Albinism is a defect of melanin production. Melanin is a natural substance in the body that gives color to your hair, skin, and iris of the eye.
Oculocutaneous albinism; Ocular albinism
Albinism occurs when one of several genetic defects makes the body unable to produce or distribute melanin.
These defects may be passed down (inherited) through families.
The most severe form of albinism is called oculocutaneous albinism. People with this type of albinism have white or pink hair, skin, and iris color. They also have vision problems.
Another type of albinism, called ocular albinism type 1 (OA1), affects only the eyes. The person's skin and eye color are usually in the normal range. However, an eye exam will show that there is no coloring in the back of the eye (retina).
Hermansky-Pudlak syndrome (HPS) is a form of albinism caused by a change to a single gene. It can occur with a bleeding disorder, as well as with lung, kidney, and bowel diseases.
A person with albinism may have one of these symptoms:
Many forms of albinism are associated with the following symptoms:
The goal of treatment is to relieve symptoms. It will depend on how severe the disorder is.
Treatment involves protecting the skin and eyes from the sun. To do this:
Glasses are often prescribed to correct vision problems and eye position. Eye muscle surgery is sometimes recommended to correct abnormal eye movements.
More information and support for people with albinism and their families can be found at:
Albinism does not usually affect lifespan. However, HPS can shorten a person's lifespan due to lung disease or bleeding problems.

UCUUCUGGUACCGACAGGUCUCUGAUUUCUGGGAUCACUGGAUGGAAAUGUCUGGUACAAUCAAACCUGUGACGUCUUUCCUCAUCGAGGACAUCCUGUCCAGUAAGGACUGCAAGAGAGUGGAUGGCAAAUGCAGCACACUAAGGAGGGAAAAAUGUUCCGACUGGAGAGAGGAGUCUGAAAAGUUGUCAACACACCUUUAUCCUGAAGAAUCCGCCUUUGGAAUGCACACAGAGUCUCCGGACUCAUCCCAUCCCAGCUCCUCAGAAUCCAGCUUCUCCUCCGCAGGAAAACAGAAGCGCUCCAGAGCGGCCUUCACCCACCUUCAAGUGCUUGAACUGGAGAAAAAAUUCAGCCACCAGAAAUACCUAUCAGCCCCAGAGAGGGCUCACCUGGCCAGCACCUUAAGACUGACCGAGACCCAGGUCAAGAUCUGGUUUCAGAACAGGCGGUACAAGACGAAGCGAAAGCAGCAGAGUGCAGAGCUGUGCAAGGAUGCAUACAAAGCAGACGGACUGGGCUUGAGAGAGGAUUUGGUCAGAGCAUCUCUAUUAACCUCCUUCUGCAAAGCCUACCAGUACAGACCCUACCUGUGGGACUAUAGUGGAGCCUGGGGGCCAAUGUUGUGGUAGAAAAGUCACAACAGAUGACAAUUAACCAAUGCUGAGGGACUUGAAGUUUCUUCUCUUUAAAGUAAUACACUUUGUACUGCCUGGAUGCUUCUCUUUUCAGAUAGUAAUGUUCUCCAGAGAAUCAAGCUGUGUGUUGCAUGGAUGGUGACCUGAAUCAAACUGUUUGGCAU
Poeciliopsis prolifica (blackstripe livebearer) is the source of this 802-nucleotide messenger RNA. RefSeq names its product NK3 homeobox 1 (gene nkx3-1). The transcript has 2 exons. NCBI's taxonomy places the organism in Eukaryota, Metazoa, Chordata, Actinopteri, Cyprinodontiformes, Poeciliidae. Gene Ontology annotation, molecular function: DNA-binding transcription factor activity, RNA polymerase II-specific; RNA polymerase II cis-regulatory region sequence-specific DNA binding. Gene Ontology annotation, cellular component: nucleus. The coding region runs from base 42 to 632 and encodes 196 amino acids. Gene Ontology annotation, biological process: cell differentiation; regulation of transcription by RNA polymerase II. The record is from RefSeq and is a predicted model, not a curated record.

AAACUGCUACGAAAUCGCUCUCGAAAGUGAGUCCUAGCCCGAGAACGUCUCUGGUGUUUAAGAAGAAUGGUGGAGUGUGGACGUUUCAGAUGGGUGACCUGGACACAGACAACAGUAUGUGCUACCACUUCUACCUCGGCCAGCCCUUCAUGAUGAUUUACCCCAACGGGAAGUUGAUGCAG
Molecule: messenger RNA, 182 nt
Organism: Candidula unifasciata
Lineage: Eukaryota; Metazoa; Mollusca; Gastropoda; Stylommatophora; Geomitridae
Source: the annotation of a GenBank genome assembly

People with albinism may be limited in their activities because they can't tolerate the sun.
These complications can occur:
Contact your provider if you have albinism or symptoms such as light sensitivity that cause discomfort. Also call if you notice any skin changes that might be an early sign of skin cancer.
Because albinism is inherited, genetic counseling is important. People with a family history of albinism or very light coloring should consider genetic counseling.
Published Date: November 01, 2021
Published By: Anna C. Edens Hurst, MD, MS, Associate Professor in Medical Genetics, The University of Alabama at Birmingham, Birmingham, AL. Review provided by VeriMed Healthcare Network. Also reviewed by David Zieve, MD, MHA, Medical Director, Brenda Conaway, Editorial Director, and the A.D.A.M. Editorial team.
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